the project repository and creates a personal working copy–a
        local reflection of the repository’s files and directories. Users
        then work in parallel, modifying their private copies. Finally,
        the private copies are merged together into a new, final
        version. The version control system often assists with the
        merging, but ultimately a human being is responsible for
        making it happen correctly. Example: CVS, Subversion.
        However CVS and subversion still also support locking if it is
        needed. Typically locking is used for non-text files.
Downloading/Installing Subversion


   We have subversion 1.6.x available in the lab on all workstations.
       On Fedora Linux, check the version with the command:
       rpm -qa | grep subversion
       If not using version 1.5 or newer, then get it using yum as
       follows:
       yum -y update subversion* mod dav svn*
       For other versions of Linux, check out the subversion website
       for downloads. (Subversion website:
       http://subversion.tigris.org/)
       You can also download the source code from
       subversion.tigris.org and compile it directly.
Creating and Populating a Repository
      This is an administrative task. A developer would not normally need to do
      this.
      svnadmin create ~/svn
      cd ~/cs453
      mkdir -p project1/branches project1/tags project1/trunk
      gvim project1/trunk/hello.c
      svn import project1 file:///$HOME/svn/project1 -m "import the project"
       --or--
      svn import project1 \
       svn+ssh://HOSTNAME/HOME/svn/project1 -m "import the project"
      Here HOSTNAME is the Internet name of the server and HOME is the full
      path to your home directory on the server. Also, if your local user name is
      different than your user name on the server, you will need to use
      username@HOSTNAME.
      The branches, tags, and trunk directories are a convention. They are
      not required (but highly recommended).
Creating and Populating a Repository
      This is an administrative task. A developer would not normally need to do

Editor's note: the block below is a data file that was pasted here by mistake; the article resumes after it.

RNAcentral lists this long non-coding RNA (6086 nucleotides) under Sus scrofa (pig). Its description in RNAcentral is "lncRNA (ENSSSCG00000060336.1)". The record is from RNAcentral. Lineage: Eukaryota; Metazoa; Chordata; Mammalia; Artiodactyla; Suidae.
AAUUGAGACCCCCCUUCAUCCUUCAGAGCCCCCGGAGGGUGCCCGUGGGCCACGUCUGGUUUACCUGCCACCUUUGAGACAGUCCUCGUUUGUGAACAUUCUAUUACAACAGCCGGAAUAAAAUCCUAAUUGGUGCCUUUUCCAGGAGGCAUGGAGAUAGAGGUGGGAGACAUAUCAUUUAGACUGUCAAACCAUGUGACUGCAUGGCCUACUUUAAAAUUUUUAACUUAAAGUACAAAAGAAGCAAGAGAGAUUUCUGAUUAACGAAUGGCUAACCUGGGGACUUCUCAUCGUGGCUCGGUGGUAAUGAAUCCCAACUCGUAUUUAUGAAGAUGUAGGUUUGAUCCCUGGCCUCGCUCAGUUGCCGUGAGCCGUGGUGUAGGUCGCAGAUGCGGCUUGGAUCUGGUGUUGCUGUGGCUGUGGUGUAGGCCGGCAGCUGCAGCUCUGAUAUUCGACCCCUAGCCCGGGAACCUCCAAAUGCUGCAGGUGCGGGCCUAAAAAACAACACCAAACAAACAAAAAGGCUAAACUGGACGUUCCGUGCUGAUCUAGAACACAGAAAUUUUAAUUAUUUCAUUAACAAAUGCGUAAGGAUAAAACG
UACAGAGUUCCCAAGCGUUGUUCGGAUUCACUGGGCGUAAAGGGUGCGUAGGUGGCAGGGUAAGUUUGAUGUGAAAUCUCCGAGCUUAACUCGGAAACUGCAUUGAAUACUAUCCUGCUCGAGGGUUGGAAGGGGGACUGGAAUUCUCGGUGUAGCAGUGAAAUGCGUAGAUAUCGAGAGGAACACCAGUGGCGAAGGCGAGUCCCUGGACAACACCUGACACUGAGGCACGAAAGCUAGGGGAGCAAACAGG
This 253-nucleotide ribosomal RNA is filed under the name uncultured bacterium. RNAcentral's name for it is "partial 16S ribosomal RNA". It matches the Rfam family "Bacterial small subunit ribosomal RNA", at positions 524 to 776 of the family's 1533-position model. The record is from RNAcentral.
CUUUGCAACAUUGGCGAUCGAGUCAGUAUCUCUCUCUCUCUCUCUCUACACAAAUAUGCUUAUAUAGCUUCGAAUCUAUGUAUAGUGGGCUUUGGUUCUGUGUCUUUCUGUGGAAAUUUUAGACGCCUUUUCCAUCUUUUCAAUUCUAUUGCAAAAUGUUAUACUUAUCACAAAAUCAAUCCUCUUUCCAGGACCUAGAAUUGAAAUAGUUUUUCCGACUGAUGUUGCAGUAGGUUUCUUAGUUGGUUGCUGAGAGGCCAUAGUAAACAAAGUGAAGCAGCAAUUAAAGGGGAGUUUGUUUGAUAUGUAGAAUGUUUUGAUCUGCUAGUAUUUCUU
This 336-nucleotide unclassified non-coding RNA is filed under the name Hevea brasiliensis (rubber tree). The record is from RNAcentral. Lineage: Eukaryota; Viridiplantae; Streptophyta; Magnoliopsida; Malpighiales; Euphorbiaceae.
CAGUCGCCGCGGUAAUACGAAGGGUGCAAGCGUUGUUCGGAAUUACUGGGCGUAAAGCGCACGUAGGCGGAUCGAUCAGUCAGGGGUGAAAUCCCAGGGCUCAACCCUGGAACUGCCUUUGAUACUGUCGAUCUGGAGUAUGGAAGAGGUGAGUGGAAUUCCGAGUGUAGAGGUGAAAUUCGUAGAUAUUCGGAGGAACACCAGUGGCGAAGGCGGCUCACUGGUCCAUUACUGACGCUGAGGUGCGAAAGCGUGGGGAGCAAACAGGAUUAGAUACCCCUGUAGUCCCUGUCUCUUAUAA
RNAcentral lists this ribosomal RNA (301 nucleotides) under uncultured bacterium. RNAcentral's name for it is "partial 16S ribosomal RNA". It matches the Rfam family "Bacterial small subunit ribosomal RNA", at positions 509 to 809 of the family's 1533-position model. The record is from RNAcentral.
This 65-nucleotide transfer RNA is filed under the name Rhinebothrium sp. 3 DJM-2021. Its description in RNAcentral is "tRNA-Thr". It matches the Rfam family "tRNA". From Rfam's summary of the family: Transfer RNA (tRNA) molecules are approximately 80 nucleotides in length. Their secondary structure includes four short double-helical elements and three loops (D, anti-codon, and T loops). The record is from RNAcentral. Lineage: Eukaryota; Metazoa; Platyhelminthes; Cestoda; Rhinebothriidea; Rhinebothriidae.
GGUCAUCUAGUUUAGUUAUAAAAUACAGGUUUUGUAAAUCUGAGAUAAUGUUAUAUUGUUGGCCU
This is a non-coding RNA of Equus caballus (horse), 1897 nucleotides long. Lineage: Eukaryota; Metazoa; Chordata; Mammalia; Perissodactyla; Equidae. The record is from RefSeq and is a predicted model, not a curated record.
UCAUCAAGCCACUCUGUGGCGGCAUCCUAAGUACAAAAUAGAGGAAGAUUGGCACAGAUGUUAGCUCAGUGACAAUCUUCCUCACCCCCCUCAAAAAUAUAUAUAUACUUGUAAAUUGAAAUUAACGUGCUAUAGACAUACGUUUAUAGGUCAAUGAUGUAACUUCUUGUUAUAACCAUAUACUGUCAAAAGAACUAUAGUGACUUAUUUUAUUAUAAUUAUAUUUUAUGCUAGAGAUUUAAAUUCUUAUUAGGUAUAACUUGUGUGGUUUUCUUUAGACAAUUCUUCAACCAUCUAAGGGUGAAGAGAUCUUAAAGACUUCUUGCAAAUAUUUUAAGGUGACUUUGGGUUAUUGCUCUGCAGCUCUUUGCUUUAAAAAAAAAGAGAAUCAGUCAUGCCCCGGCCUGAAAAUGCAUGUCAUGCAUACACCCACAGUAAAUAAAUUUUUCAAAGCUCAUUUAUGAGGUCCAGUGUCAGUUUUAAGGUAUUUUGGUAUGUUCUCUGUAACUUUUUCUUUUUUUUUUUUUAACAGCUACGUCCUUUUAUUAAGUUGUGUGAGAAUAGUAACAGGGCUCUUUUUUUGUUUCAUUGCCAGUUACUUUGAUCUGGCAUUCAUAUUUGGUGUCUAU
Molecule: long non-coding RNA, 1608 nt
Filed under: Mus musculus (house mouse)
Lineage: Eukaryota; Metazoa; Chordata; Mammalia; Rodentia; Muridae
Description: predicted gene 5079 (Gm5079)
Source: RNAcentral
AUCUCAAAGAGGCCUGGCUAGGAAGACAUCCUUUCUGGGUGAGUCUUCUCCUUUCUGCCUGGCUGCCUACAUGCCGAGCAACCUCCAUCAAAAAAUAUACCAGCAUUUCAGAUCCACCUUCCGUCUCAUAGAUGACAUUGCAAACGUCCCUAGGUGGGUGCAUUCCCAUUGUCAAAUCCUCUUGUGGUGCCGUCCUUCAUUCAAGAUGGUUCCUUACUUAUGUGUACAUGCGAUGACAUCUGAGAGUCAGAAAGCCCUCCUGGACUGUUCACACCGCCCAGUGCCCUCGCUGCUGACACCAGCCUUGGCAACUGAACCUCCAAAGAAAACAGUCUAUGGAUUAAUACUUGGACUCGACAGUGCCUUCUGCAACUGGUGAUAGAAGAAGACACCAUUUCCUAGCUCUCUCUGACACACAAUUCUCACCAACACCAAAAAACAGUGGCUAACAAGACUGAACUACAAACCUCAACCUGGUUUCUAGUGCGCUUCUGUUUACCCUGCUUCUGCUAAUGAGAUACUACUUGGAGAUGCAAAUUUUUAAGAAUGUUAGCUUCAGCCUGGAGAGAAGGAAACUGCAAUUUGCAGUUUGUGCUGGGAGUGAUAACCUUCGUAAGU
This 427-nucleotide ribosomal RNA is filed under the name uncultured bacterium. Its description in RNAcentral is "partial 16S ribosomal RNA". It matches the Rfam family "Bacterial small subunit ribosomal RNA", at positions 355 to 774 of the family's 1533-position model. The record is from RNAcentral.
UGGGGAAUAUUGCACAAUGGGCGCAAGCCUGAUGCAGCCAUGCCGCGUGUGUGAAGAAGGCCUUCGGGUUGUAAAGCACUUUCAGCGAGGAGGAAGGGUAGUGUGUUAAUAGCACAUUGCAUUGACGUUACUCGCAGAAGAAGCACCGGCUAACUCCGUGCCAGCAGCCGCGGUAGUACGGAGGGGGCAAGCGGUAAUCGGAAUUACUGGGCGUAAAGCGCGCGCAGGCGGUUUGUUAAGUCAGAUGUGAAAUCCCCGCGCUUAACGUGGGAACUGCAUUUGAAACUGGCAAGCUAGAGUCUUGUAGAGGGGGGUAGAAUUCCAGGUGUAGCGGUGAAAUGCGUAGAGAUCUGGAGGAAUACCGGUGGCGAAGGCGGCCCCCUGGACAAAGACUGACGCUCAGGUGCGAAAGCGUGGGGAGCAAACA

this.
      svnadmin create ~/svn
      cd ~/cs453
      mkdir -p project1/branches project1/tags project1/trunk
      gvim project1/trunk/hello.c
      svn import project1 file:///$HOME/svn/project1 -m "import the project"
       --or--
      svn import project1 \
       svn+ssh://HOSTNAME/HOME/svn/project1 -m "import the project"
      Here HOSTNAME is the Internet name of the server and HOME is the full
      path to your home directory on the server. Also, if your local user name is
      different than your user name on the server, you will need to use
      username@HOSTNAME.
      The branches, tags, and trunk directories are a convention. They are
      not required (but highly recommended).
      Repository layouts: Vanilla, Strawberry or Chocolate!
          A single repository with all projects folders in it.
          Separate repository for each project.
          A handful of repositories, each with multiple related projects.
Access Mechanisms
   Schema       Access Method
   file:///      direct repository access (on local disk)
   http://      access via WebDAV protocol to Subversion-aware Apache server
   https://     same as http://, but with SSL encryption.
   svn://       access via custom protocol to an svnserve server
   svn+ssh://   same as svn://, but encrypted via an SSH tunnel.
Access Mechanisms
   Schema         Access Method
   file:///        direct repository access (on local disk)
   http://        access via WebDAV protocol to Subversion-aware Apache server
   https://       same as http://, but with SSL encryption.